Is there a thread on here or a subreddit about the LSATs from the past that have logic games most relevant to how recent logic games have been like? I know tests from the 90s have some really weird games that haven’t come up in years to the point where even LSAT courses don’t focus on them too much. 
 

if anyone has a spreadsheet or anything of the practice tests that are the most like recent LSATs, please let me know! Thank you 

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ZukoJD
  • Law Student
7 minutes ago, Pizzaandpasta said:

Thank you all for your advice!! I totally agree with practicing the games several times until you can master it because that’s what I was doing in the past (but also, I think I was studying over 3-4 months vs. Just under two months which is where I’m at right now).
 

Is there a thread on here or a subreddit about the LSATs from the past that have logic games most relevant to how recent logic games have been like? I know tests from the 90s have some really weird games that haven’t come up in years to the point where even LSAT courses don’t focus on them too much. 
 

if anyone has a spreadsheet or anything of the practice tests that are the most like recent LSATs, please let me know! Thank you 

For more specific questions like this you should try using a forum like the 7Sage one. This site attracts a large demographic of people who haven't written the LSAT in a while. I recall the 7Sage forum feeling like a panacea when it came to that test.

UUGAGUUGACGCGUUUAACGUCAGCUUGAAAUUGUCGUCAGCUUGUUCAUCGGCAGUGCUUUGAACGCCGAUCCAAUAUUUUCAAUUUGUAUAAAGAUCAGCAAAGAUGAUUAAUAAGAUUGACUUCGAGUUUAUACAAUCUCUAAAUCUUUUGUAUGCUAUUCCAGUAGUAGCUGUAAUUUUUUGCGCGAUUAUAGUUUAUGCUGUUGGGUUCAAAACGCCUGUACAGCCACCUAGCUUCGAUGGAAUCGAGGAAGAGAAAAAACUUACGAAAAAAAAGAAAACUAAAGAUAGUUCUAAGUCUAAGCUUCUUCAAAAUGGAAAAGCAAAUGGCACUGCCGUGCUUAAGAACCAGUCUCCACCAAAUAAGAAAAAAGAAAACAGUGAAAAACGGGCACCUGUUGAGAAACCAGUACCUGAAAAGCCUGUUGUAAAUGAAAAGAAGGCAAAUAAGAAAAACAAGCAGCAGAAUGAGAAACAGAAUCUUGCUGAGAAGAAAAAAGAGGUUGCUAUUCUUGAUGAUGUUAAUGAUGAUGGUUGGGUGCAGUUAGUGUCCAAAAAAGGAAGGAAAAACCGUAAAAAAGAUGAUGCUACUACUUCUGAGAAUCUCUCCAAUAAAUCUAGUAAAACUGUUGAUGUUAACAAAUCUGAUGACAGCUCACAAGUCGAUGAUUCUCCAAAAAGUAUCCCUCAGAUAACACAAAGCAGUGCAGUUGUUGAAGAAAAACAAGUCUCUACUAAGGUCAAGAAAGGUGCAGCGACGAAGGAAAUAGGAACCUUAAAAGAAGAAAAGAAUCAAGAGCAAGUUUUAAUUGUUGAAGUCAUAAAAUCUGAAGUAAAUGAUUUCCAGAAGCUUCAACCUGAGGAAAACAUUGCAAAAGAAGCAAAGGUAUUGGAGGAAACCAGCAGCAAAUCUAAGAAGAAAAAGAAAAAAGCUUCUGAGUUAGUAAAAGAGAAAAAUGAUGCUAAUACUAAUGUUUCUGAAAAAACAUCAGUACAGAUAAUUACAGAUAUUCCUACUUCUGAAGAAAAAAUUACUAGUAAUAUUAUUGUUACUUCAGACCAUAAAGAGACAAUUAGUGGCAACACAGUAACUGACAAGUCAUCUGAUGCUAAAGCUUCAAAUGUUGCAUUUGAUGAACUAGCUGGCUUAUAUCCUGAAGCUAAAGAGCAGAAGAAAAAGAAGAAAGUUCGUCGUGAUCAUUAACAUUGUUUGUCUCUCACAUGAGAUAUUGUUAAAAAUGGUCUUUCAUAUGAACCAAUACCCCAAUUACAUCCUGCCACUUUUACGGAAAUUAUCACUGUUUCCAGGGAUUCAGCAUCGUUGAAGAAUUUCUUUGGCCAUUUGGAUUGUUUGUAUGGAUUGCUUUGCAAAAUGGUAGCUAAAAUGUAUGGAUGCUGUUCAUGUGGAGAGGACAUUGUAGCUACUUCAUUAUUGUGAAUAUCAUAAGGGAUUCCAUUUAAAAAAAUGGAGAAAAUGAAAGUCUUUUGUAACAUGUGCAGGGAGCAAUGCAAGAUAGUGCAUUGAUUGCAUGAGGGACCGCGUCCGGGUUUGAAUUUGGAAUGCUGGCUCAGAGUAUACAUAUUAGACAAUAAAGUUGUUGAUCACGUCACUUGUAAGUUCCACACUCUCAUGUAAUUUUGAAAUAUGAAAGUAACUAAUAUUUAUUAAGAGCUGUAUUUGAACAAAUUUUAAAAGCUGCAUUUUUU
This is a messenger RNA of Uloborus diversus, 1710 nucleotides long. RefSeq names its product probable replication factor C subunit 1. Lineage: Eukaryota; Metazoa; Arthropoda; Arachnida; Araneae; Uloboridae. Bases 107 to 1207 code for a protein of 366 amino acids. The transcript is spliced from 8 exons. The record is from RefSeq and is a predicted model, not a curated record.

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I know you specifically asked about Logic Games but I would caution you to keep in mind our end goal is to get as high a score as possible. While there may be a more methodical approach to achieving a -0/-1 on LG you may actually hurt your score by trying to do so if the time you are spending could be put to better use in the other sections. So, take stock of LR / RC and if you are either A) inconsistent or B) averaging -7 or less you may want to focus on those sections (LR in particular) as points on the margin may be easier to accrue.

In terms of LG it’s hard to provide specific advice without more particulars. However, as others have suggested in general the key to games is practice and review. On your review ensure that you are interrogating each and every question – including those you got correct – in order to identify areas for improvement. I’m getting the sense that your untimed sections are pretty good and it’s the timed set that sometimes becomes troublesome. If that’s the case, you probably don’t need to find out how to get better at completing the 4th game per se but rather how to be quicker on 1-3 to give yourself more time. Getting quicker is less a matter of performing more games (though that helps) than it is identifying what your thought process was at the time you answered questions and tweaking it so you are just a bit quicker on each question.

As for 7Sage you can find their LG breakdown here. For LG breakdown by type over there years you can visit PowerScore. For LG explanations you can see LSAT Hacks, which I encourage you to use as a model to compare your approach against. Again, even if you performed perfectly on a game it may be that you could have done this or that faster, and comparing your approach to someone else's can be rather illuminating in that regard. 

Best of luck!

Edited by AllanC
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Pizzaandpasta
  • Applicant

thank you so much, Allan! This helped a ton. I'll definitely be implementing these study tips as I go through all three sections (my study hours consist of an hour of 'warm-up' at the beginning where I do practice drills for all 3 sections, and then focus on a particular section i.e. LR, LG or RC for the remainder of my study time).